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MORE CORE: Core Results in Your Whole Workout

MORE CORE: Core Results in Your Whole Workout


Do you know how to organize your core so that you get the most out of your workout? Every exercise can be turned into a core challenge with a few tips from the pros.


Organize the limbs so that perfect posture is always achieved.


Your posture, core, and functional strength will improve.


Your body is made to stand and to walk. When standing the limbs should be lined up so that the body feels as light as possible to the effects of gravity. For example, if your head is forward of the spine (very common), gravity will make it feel heavy to your neck. Your neck will have to compensate somehow to hold it up…if you had no muscles around your neck, your head would fall off! Postural breaks always create stresses that set the stage for the potential for injury, and often not just in one area; the stress usually goes up or down the whole kinetic chain setting up stress throughout the whole system.


The head should be perched right on the top of the spine and it should feel weightless. Stand against a wall. Organize your limbs. Your head, upper back and shoulders, sacrum, and feet should be against the wall. Your shoulder blades should lie flat on the wall, and your ribs should not be splaying out to accomplish this. They should be relaxed (for those with shortened pecs/forward sloping shoulders, this might be very hard). There should be a slight inward curve of the spine at the low back and the neck. Good posture should be easy to achieve and effortless but for most of us, it’s hard work.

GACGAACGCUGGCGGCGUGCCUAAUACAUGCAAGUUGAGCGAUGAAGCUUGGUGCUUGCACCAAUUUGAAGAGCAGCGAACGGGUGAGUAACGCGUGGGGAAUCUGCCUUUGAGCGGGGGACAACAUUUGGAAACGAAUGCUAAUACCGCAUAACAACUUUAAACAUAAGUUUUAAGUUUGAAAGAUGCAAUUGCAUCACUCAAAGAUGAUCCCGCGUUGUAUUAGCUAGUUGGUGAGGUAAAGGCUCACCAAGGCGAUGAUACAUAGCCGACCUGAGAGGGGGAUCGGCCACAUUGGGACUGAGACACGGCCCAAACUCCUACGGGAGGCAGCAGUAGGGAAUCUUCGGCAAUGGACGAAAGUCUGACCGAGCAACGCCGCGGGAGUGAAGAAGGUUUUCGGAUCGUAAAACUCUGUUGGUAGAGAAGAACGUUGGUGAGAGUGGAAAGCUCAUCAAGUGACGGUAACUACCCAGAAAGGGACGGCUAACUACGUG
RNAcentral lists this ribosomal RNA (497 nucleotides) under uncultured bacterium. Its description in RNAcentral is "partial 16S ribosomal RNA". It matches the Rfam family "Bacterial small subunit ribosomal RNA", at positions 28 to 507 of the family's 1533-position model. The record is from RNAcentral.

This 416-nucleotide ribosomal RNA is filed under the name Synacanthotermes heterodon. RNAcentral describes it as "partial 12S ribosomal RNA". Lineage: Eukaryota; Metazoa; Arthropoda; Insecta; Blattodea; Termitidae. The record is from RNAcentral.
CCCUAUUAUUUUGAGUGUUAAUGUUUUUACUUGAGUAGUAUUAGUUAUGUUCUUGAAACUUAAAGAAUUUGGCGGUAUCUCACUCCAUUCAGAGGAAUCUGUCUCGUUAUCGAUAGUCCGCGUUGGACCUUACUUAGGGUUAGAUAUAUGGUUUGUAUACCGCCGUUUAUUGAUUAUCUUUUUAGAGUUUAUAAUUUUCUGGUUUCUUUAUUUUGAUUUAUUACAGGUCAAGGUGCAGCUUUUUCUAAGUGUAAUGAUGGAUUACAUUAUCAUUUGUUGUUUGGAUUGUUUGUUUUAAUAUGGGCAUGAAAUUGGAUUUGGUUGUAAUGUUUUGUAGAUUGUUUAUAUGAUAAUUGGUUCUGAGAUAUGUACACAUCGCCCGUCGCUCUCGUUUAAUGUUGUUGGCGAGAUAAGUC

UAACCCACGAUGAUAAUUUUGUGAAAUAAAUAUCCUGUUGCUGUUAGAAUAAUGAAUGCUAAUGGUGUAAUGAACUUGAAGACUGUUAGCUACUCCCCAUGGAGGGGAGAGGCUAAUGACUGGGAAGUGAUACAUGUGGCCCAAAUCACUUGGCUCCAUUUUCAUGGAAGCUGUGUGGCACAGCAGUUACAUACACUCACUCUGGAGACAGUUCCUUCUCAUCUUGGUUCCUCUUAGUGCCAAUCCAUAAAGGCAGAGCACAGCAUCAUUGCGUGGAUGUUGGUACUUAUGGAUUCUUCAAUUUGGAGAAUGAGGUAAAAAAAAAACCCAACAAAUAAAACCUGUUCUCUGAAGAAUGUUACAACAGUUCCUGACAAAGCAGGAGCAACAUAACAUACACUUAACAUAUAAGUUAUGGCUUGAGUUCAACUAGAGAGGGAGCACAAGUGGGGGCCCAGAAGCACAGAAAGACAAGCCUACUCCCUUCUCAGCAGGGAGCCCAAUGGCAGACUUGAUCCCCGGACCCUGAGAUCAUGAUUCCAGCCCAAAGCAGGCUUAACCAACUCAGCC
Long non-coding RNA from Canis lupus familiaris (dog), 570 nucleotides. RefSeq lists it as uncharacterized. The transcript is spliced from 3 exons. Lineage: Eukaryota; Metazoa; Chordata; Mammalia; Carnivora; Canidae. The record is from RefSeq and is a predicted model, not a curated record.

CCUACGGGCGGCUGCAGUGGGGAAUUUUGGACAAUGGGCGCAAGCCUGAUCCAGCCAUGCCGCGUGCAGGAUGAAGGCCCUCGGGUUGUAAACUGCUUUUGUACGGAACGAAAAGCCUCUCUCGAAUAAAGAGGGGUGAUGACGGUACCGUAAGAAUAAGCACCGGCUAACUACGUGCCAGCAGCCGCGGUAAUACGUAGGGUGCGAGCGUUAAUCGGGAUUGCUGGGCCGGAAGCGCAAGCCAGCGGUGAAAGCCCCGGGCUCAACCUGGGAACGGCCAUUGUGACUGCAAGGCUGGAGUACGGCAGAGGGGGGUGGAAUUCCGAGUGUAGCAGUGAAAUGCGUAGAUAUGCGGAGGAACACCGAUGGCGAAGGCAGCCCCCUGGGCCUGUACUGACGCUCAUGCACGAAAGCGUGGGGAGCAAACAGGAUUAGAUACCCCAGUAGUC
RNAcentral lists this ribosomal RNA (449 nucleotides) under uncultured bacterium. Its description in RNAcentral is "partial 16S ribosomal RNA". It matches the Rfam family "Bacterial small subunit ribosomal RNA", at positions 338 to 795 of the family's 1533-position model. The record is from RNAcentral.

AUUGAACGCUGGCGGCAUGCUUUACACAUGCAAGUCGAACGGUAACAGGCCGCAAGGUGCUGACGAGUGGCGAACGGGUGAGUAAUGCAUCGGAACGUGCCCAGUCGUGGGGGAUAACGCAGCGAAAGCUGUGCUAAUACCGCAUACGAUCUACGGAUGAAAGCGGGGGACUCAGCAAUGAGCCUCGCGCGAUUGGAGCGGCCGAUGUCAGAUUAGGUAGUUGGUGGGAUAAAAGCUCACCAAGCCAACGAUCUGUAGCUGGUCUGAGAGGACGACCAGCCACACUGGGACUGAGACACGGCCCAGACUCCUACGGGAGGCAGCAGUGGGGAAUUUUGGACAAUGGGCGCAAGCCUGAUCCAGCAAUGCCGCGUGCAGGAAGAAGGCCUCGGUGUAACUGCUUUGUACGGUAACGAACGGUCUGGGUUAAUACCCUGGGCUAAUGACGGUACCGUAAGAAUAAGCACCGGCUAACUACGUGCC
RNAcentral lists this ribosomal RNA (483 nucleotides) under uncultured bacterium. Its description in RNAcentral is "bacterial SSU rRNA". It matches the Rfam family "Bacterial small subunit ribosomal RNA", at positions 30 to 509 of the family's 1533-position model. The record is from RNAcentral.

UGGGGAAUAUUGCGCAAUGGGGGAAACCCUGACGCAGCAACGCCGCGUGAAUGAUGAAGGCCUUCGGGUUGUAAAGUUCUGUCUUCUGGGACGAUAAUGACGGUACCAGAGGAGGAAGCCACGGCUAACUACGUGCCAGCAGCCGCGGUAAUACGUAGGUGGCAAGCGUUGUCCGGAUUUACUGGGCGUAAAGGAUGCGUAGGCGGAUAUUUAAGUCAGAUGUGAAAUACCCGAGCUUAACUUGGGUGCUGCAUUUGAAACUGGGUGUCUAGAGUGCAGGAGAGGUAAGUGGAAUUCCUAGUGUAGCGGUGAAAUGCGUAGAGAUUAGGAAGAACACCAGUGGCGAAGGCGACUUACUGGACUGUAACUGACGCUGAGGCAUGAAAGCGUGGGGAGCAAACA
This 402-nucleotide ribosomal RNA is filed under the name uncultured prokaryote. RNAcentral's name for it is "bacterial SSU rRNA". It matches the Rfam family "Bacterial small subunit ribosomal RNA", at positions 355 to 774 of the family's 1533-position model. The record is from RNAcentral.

The core is a system of muscles that protect the spine and organs from all angles: front, side, back. Additionally this grouping attaches your limbs to your trunk. Not just the Holy Grail of the 6 pack, it’s the whole enchilada.



What goes down, must go up right? So when the weights go down (chest flye is open), the ribs splay up. The rectus abdominus attaches right at that spot of the ribcage. Engage the abs hard to press the ribs closed. The heavier the weight, the harder the abs must engage to stop this common core collapse.


As you press the weight overhead, gravity-wise, you should go straight up. Problem is, if your shoulders are tight or your core is weak as the weight goes up, the low back buckles in (and usually the ribs splay open). To prevent this, engage the abs to press the ribs closed which will help prevent an inward buckle of the low back.


Push Ups are arguably the most important functional exercise to master. Planks and Push Ups require strong core strength to keep the middle of the system at your hips stable. To avoid a collapse at the hips and low back, use your glutes to aid your abdominals.

  • Hands below shoulders, straight body, weight the ball of the foot, heels pressed back.
  • Tighten your quads making your legs strong and straight.
  • Ribs pressed closed; it should feel like they are trying to wrap around the side body hugging you. If your upper back puffs up a little, you are probably doing it right.